Have you ever needed to call 999 (in a genuine emergency) only to find that you end up in a worrying ‘queue’ waiting for your call for help to be answered?
If you have then you, quite rightly, probably wondered why you could not get through to the operator in order to get help for whatever emergency was happening at the time you made the call.
Unfortunately, too many people still do not seem to understand nor comprehend what constitutes an emergency rather than an ‘annoyance’.
The police are not here to deal with ‘annoyances’ they are, or at least they should be, here to deal with real and genuine emergencies.
Take this 999 call that was made to Derbyshire Police as a prime example of what does not constitute an emergency.
Someone took it upon themselves to call 999 and ask for the police in order to report the fact that someone had parked across their drive (and no, it wasn’t an ambulance this time!)
A tweet that was shared on the Derbyshire Police twitter account said:
“999 call received today as somebody had got a car parked across the bottom of their driveway and they wanted to go out…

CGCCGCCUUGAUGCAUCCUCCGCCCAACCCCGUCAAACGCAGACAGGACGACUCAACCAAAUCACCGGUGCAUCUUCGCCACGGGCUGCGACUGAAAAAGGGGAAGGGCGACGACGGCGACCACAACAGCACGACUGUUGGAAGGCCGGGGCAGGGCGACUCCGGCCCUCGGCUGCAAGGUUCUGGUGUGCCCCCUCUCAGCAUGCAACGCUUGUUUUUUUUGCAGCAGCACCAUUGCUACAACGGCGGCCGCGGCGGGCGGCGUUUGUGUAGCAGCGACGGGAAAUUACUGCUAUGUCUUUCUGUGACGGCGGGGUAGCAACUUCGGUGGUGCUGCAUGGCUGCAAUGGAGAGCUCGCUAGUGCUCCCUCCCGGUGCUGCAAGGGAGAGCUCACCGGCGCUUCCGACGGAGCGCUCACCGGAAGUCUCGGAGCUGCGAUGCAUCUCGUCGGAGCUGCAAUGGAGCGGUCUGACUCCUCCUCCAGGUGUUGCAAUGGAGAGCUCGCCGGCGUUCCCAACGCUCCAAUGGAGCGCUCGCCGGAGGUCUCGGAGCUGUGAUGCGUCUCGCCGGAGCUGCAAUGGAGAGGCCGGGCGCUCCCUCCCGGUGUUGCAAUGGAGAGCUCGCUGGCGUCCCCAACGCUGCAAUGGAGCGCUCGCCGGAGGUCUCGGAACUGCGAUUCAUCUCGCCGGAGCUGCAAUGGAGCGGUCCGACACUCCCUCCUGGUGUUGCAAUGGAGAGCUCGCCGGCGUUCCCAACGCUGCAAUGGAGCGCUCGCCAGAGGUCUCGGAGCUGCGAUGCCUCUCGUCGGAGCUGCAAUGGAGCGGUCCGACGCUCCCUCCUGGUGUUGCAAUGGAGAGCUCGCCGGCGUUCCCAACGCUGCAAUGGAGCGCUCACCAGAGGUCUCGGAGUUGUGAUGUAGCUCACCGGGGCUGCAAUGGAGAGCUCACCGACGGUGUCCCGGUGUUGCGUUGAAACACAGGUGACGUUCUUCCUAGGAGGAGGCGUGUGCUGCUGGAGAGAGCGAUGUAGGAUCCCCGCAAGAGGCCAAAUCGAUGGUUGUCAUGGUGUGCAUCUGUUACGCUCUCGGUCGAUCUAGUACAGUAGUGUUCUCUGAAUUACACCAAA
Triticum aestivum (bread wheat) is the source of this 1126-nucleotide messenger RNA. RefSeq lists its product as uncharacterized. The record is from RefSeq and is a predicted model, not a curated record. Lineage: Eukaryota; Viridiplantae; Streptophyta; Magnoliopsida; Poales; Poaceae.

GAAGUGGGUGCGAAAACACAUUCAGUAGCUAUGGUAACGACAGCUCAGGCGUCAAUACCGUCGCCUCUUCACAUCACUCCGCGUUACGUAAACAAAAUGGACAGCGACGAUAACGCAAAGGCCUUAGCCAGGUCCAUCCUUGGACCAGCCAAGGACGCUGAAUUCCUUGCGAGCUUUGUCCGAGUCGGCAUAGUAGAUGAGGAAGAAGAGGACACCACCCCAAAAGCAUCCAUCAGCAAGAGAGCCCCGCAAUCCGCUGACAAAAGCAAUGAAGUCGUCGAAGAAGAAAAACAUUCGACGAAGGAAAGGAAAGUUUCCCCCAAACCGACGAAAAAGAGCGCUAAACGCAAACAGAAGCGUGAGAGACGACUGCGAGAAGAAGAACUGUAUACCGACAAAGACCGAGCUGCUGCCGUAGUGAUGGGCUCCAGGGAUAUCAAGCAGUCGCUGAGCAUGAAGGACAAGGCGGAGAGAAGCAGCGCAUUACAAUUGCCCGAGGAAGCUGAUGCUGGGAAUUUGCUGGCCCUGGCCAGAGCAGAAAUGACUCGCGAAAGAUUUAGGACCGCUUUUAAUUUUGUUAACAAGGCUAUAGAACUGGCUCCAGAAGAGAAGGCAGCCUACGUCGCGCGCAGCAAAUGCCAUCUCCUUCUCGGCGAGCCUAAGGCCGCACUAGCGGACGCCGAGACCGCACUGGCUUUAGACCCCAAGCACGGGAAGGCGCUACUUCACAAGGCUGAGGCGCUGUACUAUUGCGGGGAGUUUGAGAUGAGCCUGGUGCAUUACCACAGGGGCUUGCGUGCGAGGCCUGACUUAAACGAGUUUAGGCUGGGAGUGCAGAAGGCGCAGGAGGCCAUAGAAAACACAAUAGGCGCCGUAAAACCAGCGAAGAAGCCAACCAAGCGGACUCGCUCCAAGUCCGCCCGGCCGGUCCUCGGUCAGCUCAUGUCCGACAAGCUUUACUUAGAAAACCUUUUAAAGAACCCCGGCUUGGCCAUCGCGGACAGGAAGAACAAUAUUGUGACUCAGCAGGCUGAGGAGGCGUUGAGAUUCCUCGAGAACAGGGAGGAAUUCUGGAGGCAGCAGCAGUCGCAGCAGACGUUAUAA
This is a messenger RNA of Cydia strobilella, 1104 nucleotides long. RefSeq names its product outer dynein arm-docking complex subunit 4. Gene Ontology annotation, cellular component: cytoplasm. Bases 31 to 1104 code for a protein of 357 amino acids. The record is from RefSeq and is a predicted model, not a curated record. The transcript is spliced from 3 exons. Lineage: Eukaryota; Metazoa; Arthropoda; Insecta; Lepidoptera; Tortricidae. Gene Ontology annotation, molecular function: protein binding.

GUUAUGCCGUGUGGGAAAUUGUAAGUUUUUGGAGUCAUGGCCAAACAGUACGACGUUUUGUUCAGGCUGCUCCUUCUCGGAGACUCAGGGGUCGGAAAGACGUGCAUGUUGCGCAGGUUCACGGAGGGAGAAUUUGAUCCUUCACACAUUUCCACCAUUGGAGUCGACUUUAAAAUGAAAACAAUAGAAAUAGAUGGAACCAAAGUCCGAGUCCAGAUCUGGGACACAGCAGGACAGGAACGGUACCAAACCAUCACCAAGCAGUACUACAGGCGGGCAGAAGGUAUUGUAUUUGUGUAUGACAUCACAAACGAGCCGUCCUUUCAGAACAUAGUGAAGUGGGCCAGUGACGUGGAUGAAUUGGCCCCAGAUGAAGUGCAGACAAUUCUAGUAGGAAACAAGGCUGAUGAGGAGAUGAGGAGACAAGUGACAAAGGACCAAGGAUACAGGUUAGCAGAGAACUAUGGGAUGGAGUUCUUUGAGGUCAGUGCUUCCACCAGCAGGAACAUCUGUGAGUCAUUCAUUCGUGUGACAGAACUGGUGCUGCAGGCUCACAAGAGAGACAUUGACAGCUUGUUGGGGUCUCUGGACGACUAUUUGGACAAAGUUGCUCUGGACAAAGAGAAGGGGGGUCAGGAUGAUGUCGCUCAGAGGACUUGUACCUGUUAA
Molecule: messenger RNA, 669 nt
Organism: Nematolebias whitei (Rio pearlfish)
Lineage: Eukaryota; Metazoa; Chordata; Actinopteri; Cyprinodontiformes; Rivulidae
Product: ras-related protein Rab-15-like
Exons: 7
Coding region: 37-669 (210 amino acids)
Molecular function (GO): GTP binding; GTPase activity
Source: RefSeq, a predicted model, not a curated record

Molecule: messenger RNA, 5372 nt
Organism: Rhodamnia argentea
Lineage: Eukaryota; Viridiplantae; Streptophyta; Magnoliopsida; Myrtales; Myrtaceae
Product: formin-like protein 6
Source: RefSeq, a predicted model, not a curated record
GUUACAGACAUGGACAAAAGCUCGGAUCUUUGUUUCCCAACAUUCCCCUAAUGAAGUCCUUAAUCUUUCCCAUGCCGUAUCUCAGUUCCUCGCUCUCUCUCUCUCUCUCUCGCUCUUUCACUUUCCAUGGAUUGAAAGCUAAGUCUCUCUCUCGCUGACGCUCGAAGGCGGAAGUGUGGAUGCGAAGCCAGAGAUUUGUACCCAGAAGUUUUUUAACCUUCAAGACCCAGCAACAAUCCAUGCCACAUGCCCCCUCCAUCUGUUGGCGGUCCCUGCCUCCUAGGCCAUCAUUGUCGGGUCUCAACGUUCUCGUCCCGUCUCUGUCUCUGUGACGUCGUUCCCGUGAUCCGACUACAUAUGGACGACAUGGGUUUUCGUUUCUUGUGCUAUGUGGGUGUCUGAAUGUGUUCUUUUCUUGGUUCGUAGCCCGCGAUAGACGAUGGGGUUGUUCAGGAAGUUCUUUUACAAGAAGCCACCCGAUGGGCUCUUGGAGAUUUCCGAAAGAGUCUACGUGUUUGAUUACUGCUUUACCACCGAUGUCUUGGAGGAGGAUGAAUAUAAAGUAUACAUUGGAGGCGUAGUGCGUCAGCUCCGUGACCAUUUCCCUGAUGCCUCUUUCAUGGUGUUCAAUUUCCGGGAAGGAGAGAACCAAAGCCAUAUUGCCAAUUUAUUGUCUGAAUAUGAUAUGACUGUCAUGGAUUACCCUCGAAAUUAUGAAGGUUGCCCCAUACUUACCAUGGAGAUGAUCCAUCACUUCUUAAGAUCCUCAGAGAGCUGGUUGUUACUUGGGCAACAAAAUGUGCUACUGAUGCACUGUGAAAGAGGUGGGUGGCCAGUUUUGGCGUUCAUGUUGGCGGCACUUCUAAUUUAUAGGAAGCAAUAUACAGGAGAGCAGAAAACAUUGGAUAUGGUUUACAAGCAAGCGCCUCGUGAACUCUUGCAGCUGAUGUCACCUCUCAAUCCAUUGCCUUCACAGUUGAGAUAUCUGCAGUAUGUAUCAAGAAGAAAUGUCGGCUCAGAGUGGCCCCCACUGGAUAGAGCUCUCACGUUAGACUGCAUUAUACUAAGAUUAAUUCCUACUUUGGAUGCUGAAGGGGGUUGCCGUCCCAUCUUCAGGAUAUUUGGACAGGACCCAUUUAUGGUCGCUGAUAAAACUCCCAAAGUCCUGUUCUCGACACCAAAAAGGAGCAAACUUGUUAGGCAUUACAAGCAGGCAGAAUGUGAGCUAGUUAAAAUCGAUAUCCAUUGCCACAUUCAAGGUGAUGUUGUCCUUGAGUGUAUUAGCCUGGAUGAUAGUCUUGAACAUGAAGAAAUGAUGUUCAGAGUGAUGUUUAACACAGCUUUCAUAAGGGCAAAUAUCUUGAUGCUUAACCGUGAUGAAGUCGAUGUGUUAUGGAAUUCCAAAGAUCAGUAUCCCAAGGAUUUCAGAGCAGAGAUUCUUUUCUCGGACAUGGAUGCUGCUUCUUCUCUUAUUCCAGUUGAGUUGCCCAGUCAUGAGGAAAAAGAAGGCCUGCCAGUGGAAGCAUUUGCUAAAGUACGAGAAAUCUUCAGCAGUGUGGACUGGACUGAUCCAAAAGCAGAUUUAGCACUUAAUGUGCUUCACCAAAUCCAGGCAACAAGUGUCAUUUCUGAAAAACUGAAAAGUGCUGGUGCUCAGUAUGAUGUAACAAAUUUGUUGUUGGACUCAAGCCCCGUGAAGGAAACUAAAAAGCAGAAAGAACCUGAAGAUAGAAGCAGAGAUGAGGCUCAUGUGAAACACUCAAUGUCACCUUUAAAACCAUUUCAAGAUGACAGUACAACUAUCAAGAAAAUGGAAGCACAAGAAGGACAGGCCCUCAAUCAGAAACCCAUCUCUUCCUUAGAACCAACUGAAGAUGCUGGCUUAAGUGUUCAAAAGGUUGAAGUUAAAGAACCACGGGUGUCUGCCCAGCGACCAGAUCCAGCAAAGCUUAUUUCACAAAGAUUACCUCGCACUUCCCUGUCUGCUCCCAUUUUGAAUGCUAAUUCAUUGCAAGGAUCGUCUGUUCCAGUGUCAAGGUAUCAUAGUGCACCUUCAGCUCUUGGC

“Please think about use of 999. This is for emergencies only! Please call 101 for non-urgent Police matters, or contact us here.”
How anyone could possibly think that a police car would come racing to their location on blues-and-twos because their drive was blocked is totally beyond me!
Did the person who made the 999 call think that the police would be diverted from responding to, for example, a call about a robbery in progress?
Or that rather than responding to reports of someone armed with a knife, then they would instead make their way to the blocked drive!?
For anyone who is still not sure, despite the fact that the 999 system was introduced in June 1937, there here are some examples as to when you SHOULD call the police using 999:
when there is or likely to be,
- danger to life
- use, or immediate threat of use, of violence
- Serious injury to a person and/or
- serious damage to property
- the crime is, or likely to be serious and in progress
- an offender has just been disturbed at the scene
- an offender has been detained and poses, or is likely to pose, a risk to other people
Road traffic accident
- involves, or is likely to involve, serious personal injury
- the road is blocked or there is a dangerous or excessive build up of traffic.
As you can see, using 999 to report that fact that someone has parked across your drive is NOT on the list! and for good reason! It’s not an emergency!
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